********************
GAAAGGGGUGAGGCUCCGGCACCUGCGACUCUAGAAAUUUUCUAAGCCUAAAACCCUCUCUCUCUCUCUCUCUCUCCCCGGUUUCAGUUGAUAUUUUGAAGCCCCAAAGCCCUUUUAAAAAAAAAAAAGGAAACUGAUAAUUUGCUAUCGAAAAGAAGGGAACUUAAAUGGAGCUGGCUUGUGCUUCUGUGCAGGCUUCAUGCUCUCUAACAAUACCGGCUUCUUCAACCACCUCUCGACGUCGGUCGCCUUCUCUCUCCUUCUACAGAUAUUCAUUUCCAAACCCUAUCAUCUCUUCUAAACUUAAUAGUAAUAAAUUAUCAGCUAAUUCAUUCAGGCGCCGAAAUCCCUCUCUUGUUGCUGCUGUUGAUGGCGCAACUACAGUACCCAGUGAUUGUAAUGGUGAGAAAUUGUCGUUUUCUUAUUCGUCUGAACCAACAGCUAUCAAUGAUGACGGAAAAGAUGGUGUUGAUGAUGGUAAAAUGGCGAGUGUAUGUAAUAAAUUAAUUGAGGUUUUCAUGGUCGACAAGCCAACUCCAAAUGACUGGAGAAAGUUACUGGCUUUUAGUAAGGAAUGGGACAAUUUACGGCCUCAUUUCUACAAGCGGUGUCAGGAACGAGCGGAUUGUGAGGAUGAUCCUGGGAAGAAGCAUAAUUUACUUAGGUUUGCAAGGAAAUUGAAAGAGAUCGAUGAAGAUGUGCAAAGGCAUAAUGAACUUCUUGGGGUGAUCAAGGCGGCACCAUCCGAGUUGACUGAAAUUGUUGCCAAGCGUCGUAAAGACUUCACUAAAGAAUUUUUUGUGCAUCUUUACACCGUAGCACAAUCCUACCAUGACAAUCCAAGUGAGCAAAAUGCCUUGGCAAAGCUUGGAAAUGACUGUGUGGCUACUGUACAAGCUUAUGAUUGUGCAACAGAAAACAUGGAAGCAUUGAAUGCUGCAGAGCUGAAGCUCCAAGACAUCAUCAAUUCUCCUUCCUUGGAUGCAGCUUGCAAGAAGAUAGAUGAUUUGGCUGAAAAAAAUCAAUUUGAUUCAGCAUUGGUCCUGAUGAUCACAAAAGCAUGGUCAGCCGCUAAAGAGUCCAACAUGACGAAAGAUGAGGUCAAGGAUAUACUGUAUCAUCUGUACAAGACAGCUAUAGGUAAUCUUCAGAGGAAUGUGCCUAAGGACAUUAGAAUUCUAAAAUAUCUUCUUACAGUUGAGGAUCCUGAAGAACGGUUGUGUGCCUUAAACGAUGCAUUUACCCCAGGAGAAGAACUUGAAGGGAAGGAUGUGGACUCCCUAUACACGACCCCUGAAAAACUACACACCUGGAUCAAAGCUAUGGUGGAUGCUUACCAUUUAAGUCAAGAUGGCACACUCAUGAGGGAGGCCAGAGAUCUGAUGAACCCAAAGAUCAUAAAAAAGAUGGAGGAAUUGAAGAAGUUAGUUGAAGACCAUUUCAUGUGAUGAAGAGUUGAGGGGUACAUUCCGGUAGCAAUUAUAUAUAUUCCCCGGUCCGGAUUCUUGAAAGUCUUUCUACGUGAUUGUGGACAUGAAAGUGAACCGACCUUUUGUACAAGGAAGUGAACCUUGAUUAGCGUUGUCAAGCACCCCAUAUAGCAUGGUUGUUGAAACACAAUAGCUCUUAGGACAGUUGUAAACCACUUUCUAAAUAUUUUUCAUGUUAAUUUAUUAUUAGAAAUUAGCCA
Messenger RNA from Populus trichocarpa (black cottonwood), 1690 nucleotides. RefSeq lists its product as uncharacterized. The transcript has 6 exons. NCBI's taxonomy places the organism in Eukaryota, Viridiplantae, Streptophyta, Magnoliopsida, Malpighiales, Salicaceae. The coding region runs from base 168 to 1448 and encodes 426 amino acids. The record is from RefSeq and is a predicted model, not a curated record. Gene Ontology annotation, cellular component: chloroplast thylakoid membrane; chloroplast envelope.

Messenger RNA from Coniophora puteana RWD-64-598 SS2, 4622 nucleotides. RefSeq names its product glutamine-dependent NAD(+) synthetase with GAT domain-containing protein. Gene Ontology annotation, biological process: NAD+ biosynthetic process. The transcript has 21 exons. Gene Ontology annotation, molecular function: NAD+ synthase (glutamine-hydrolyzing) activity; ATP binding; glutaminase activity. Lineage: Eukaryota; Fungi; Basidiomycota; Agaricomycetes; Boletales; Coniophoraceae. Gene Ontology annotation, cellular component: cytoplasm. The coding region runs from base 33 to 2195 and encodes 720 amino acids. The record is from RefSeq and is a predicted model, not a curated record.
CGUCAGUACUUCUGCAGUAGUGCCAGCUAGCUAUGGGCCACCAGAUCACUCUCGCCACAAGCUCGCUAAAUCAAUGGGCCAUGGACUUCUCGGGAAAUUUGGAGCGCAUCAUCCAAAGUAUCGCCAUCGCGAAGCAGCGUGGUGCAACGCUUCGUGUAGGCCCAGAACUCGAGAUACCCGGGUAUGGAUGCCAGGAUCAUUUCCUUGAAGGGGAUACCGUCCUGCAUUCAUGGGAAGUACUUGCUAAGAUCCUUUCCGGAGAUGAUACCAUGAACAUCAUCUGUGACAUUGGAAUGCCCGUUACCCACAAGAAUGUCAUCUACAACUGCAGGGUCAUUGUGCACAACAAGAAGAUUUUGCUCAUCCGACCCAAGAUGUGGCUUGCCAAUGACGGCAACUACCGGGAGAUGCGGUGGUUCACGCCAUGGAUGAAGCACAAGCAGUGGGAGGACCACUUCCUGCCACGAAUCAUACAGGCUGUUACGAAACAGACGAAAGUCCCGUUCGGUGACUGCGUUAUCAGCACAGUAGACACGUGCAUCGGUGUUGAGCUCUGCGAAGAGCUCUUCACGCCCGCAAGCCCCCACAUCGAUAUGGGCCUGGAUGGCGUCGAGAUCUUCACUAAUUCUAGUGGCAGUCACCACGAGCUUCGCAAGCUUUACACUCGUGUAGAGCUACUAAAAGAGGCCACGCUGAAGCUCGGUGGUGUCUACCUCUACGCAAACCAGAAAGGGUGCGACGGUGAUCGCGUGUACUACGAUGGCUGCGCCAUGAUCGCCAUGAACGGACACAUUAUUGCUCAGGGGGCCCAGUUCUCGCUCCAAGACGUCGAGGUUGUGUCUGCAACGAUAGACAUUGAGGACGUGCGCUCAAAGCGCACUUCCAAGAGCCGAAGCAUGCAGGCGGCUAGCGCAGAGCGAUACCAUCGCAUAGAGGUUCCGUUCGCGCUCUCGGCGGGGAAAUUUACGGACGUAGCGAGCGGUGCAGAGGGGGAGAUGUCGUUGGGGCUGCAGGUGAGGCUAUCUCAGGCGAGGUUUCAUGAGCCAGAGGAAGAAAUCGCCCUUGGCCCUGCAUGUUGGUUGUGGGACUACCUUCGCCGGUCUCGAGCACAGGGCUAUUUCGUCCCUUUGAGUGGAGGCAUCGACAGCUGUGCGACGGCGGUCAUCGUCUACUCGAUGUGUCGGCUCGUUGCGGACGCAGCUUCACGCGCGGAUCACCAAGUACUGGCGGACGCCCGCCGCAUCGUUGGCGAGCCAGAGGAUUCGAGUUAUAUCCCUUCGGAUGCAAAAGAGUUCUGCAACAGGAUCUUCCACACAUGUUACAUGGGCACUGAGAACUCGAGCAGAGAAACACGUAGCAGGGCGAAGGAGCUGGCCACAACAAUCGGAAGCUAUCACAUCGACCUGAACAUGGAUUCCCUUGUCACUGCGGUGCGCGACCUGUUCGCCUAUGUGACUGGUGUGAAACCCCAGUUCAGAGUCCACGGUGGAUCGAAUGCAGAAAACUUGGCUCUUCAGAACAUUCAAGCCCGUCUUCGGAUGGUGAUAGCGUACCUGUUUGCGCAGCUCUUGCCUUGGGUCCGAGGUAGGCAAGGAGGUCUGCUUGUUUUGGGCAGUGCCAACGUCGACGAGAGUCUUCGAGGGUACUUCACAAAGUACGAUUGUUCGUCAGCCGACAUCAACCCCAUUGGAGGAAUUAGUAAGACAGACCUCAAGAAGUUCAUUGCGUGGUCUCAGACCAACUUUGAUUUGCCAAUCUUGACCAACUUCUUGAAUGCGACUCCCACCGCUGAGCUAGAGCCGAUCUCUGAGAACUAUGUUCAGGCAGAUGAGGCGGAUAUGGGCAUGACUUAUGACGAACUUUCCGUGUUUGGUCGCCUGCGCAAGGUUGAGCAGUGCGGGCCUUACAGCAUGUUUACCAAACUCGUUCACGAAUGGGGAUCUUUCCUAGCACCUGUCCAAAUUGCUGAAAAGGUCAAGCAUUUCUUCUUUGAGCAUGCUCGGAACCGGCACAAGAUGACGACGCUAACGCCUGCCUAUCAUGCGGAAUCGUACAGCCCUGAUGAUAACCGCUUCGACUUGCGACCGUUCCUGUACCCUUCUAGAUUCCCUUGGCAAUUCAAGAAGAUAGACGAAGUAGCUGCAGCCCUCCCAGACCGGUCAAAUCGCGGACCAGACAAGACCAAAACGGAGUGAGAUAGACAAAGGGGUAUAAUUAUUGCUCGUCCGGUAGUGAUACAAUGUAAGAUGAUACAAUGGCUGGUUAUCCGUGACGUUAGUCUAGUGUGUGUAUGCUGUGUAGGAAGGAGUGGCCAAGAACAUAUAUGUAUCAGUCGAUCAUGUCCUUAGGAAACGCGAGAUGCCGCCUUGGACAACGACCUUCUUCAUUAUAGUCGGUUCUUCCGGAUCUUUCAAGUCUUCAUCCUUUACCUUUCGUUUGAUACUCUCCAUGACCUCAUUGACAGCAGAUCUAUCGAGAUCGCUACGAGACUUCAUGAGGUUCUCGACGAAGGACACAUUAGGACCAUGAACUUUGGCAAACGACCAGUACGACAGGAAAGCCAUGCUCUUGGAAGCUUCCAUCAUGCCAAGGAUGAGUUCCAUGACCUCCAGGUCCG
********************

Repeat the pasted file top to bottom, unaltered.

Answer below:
GAAAGGGGUGAGGCUCCGGCACCUGCGACUCUAGAAAUUUUCUAAGCCUAAAACCCUCUCUCUCUCUCUCUCUCUCCCCGGUUUCAGUUGAUAUUUUGAAGCCCCAAAGCCCUUUUAAAAAAAAAAAAGGAAACUGAUAAUUUGCUAUCGAAAAGAAGGGAACUUAAAUGGAGCUGGCUUGUGCUUCUGUGCAGGCUUCAUGCUCUCUAACAAUACCGGCUUCUUCAACCACCUCUCGACGUCGGUCGCCUUCUCUCUCCUUCUACAGAUAUUCAUUUCCAAACCCUAUCAUCUCUUCUAAACUUAAUAGUAAUAAAUUAUCAGCUAAUUCAUUCAGGCGCCGAAAUCCCUCUCUUGUUGCUGCUGUUGAUGGCGCAACUACAGUACCCAGUGAUUGUAAUGGUGAGAAAUUGUCGUUUUCUUAUUCGUCUGAACCAACAGCUAUCAAUGAUGACGGAAAAGAUGGUGUUGAUGAUGGUAAAAUGGCGAGUGUAUGUAAUAAAUUAAUUGAGGUUUUCAUGGUCGACAAGCCAACUCCAAAUGACUGGAGAAAGUUACUGGCUUUUAGUAAGGAAUGGGACAAUUUACGGCCUCAUUUCUACAAGCGGUGUCAGGAACGAGCGGAUUGUGAGGAUGAUCCUGGGAAGAAGCAUAAUUUACUUAGGUUUGCAAGGAAAUUGAAAGAGAUCGAUGAAGAUGUGCAAAGGCAUAAUGAACUUCUUGGGGUGAUCAAGGCGGCACCAUCCGAGUUGACUGAAAUUGUUGCCAAGCGUCGUAAAGACUUCACUAAAGAAUUUUUUGUGCAUCUUUACACCGUAGCACAAUCCUACCAUGACAAUCCAAGUGAGCAAAAUGCCUUGGCAAAGCUUGGAAAUGACUGUGUGGCUACUGUACAAGCUUAUGAUUGUGCAACAGAAAACAUGGAAGCAUUGAAUGCUGCAGAGCUGAAGCUCCAAGACAUCAUCAAUUCUCCUUCCUUGGAUGCAGCUUGCAAGAAGAUAGAUGAUUUGGCUGAAAAAAAUCAAUUUGAUUCAGCAUUGGUCCUGAUGAUCACAAAAGCAUGGUCAGCCGCUAAAGAGUCCAACAUGACGAAAGAUGAGGUCAAGGAUAUACUGUAUCAUCUGUACAAGACAGCUAUAGGUAAUCUUCAGAGGAAUGUGCCUAAGGACAUUAGAAUUCUAAAAUAUCUUCUUACAGUUGAGGAUCCUGAAGAACGGUUGUGUGCCUUAAACGAUGCAUUUACCCCAGGAGAAGAACUUGAAGGGAAGGAUGUGGACUCCCUAUACACGACCCCUGAAAAACUACACACCUGGAUCAAAGCUAUGGUGGAUGCUUACCAUUUAAGUCAAGAUGGCACACUCAUGAGGGAGGCCAGAGAUCUGAUGAACCCAAAGAUCAUAAAAAAGAUGGAGGAAUUGAAGAAGUUAGUUGAAGACCAUUUCAUGUGAUGAAGAGUUGAGGGGUACAUUCCGGUAGCAAUUAUAUAUAUUCCCCGGUCCGGAUUCUUGAAAGUCUUUCUACGUGAUUGUGGACAUGAAAGUGAACCGACCUUUUGUACAAGGAAGUGAACCUUGAUUAGCGUUGUCAAGCACCCCAUAUAGCAUGGUUGUUGAAACACAAUAGCUCUUAGGACAGUUGUAAACCACUUUCUAAAUAUUUUUCAUGUUAAUUUAUUAUUAGAAAUUAGCCA
Messenger RNA from Populus trichocarpa (black cottonwood), 1690 nucleotides. RefSeq lists its product as uncharacterized. The transcript has 6 exons. NCBI's taxonomy places the organism in Eukaryota, Viridiplantae, Streptophyta, Magnoliopsida, Malpighiales, Salicaceae. The coding region runs from base 168 to 1448 and encodes 426 amino acids. The record is from RefSeq and is a predicted model, not a curated record. Gene Ontology annotation, cellular component: chloroplast thylakoid membrane; chloroplast envelope.

Messenger RNA from Coniophora puteana RWD-64-598 SS2, 4622 nucleotides. RefSeq names its product glutamine-dependent NAD(+) synthetase with GAT domain-containing protein. Gene Ontology annotation, biological process: NAD+ biosynthetic process. The transcript has 21 exons. Gene Ontology annotation, molecular function: NAD+ synthase (glutamine-hydrolyzing) activity; ATP binding; glutaminase activity. Lineage: Eukaryota; Fungi; Basidiomycota; Agaricomycetes; Boletales; Coniophoraceae. Gene Ontology annotation, cellular component: cytoplasm. The coding region runs from base 33 to 2195 and encodes 720 amino acids. The record is from RefSeq and is a predicted model, not a curated record.
CGUCAGUACUUCUGCAGUAGUGCCAGCUAGCUAUGGGCCACCAGAUCACUCUCGCCACAAGCUCGCUAAAUCAAUGGGCCAUGGACUUCUCGGGAAAUUUGGAGCGCAUCAUCCAAAGUAUCGCCAUCGCGAAGCAGCGUGGUGCAACGCUUCGUGUAGGCCCAGAACUCGAGAUACCCGGGUAUGGAUGCCAGGAUCAUUUCCUUGAAGGGGAUACCGUCCUGCAUUCAUGGGAAGUACUUGCUAAGAUCCUUUCCGGAGAUGAUACCAUGAACAUCAUCUGUGACAUUGGAAUGCCCGUUACCCACAAGAAUGUCAUCUACAACUGCAGGGUCAUUGUGCACAACAAGAAGAUUUUGCUCAUCCGACCCAAGAUGUGGCUUGCCAAUGACGGCAACUACCGGGAGAUGCGGUGGUUCACGCCAUGGAUGAAGCACAAGCAGUGGGAGGACCACUUCCUGCCACGAAUCAUACAGGCUGUUACGAAACAGACGAAAGUCCCGUUCGGUGACUGCGUUAUCAGCACAGUAGACACGUGCAUCGGUGUUGAGCUCUGCGAAGAGCUCUUCACGCCCGCAAGCCCCCACAUCGAUAUGGGCCUGGAUGGCGUCGAGAUCUUCACUAAUUCUAGUGGCAGUCACCACGAGCUUCGCAAGCUUUACACUCGUGUAGAGCUACUAAAAGAGGCCACGCUGAAGCUCGGUGGUGUCUACCUCUACGCAAACCAGAAAGGGUGCGACGGUGAUCGCGUGUACUACGAUGGCUGCGCCAUGAUCGCCAUGAACGGACACAUUAUUGCUCAGGGGGCCCAGUUCUCGCUCCAAGACGUCGAGGUUGUGUCUGCAACGAUAGACAUUGAGGACGUGCGCUCAAAGCGCACUUCCAAGAGCCGAAGCAUGCAGGCGGCUAGCGCAGAGCGAUACCAUCGCAUAGAGGUUCCGUUCGCGCUCUCGGCGGGGAAAUUUACGGACGUAGCGAGCGGUGCAGAGGGGGAGAUGUCGUUGGGGCUGCAGGUGAGGCUAUCUCAGGCGAGGUUUCAUGAGCCAGAGGAAGAAAUCGCCCUUGGCCCUGCAUGUUGGUUGUGGGACUACCUUCGCCGGUCUCGAGCACAGGGCUAUUUCGUCCCUUUGAGUGGAGGCAUCGACAGCUGUGCGACGGCGGUCAUCGUCUACUCGAUGUGUCGGCUCGUUGCGGACGCAGCUUCACGCGCGGAUCACCAAGUACUGGCGGACGCCCGCCGCAUCGUUGGCGAGCCAGAGGAUUCGAGUUAUAUCCCUUCGGAUGCAAAAGAGUUCUGCAACAGGAUCUUCCACACAUGUUACAUGGGCACUGAGAACUCGAGCAGAGAAACACGUAGCAGGGCGAAGGAGCUGGCCACAACAAUCGGAAGCUAUCACAUCGACCUGAACAUGGAUUCCCUUGUCACUGCGGUGCGCGACCUGUUCGCCUAUGUGACUGGUGUGAAACCCCAGUUCAGAGUCCACGGUGGAUCGAAUGCAGAAAACUUGGCUCUUCAGAACAUUCAAGCCCGUCUUCGGAUGGUGAUAGCGUACCUGUUUGCGCAGCUCUUGCCUUGGGUCCGAGGUAGGCAAGGAGGUCUGCUUGUUUUGGGCAGUGCCAACGUCGACGAGAGUCUUCGAGGGUACUUCACAAAGUACGAUUGUUCGUCAGCCGACAUCAACCCCAUUGGAGGAAUUAGUAAGACAGACCUCAAGAAGUUCAUUGCGUGGUCUCAGACCAACUUUGAUUUGCCAAUCUUGACCAACUUCUUGAAUGCGACUCCCACCGCUGAGCUAGAGCCGAUCUCUGAGAACUAUGUUCAGGCAGAUGAGGCGGAUAUGGGCAUGACUUAUGACGAACUUUCCGUGUUUGGUCGCCUGCGCAAGGUUGAGCAGUGCGGGCCUUACAGCAUGUUUACCAAACUCGUUCACGAAUGGGGAUCUUUCCUAGCACCUGUCCAAAUUGCUGAAAAGGUCAAGCAUUUCUUCUUUGAGCAUGCUCGGAACCGGCACAAGAUGACGACGCUAACGCCUGCCUAUCAUGCGGAAUCGUACAGCCCUGAUGAUAACCGCUUCGACUUGCGACCGUUCCUGUACCCUUCUAGAUUCCCUUGGCAAUUCAAGAAGAUAGACGAAGUAGCUGCAGCCCUCCCAGACCGGUCAAAUCGCGGACCAGACAAGACCAAAACGGAGUGAGAUAGACAAAGGGGUAUAAUUAUUGCUCGUCCGGUAGUGAUACAAUGUAAGAUGAUACAAUGGCUGGUUAUCCGUGACGUUAGUCUAGUGUGUGUAUGCUGUGUAGGAAGGAGUGGCCAAGAACAUAUAUGUAUCAGUCGAUCAUGUCCUUAGGAAACGCGAGAUGCCGCCUUGGACAACGACCUUCUUCAUUAUAGUCGGUUCUUCCGGAUCUUUCAAGUCUUCAUCCUUUACCUUUCGUUUGAUACUCUCCAUGACCUCAUUGACAGCAGAUCUAUCGAGAUCGCUACGAGACUUCAUGAGGUUCUCGACGAAGGACACAUUAGGACCAUGAACUUUGGCAAACGACCAGUACGACAGGAAAGCCAUGCUCUUGGAAGCUUCCAUCAUGCCAAGGAUGAGUUCCAUGACCUCCAGGUCCG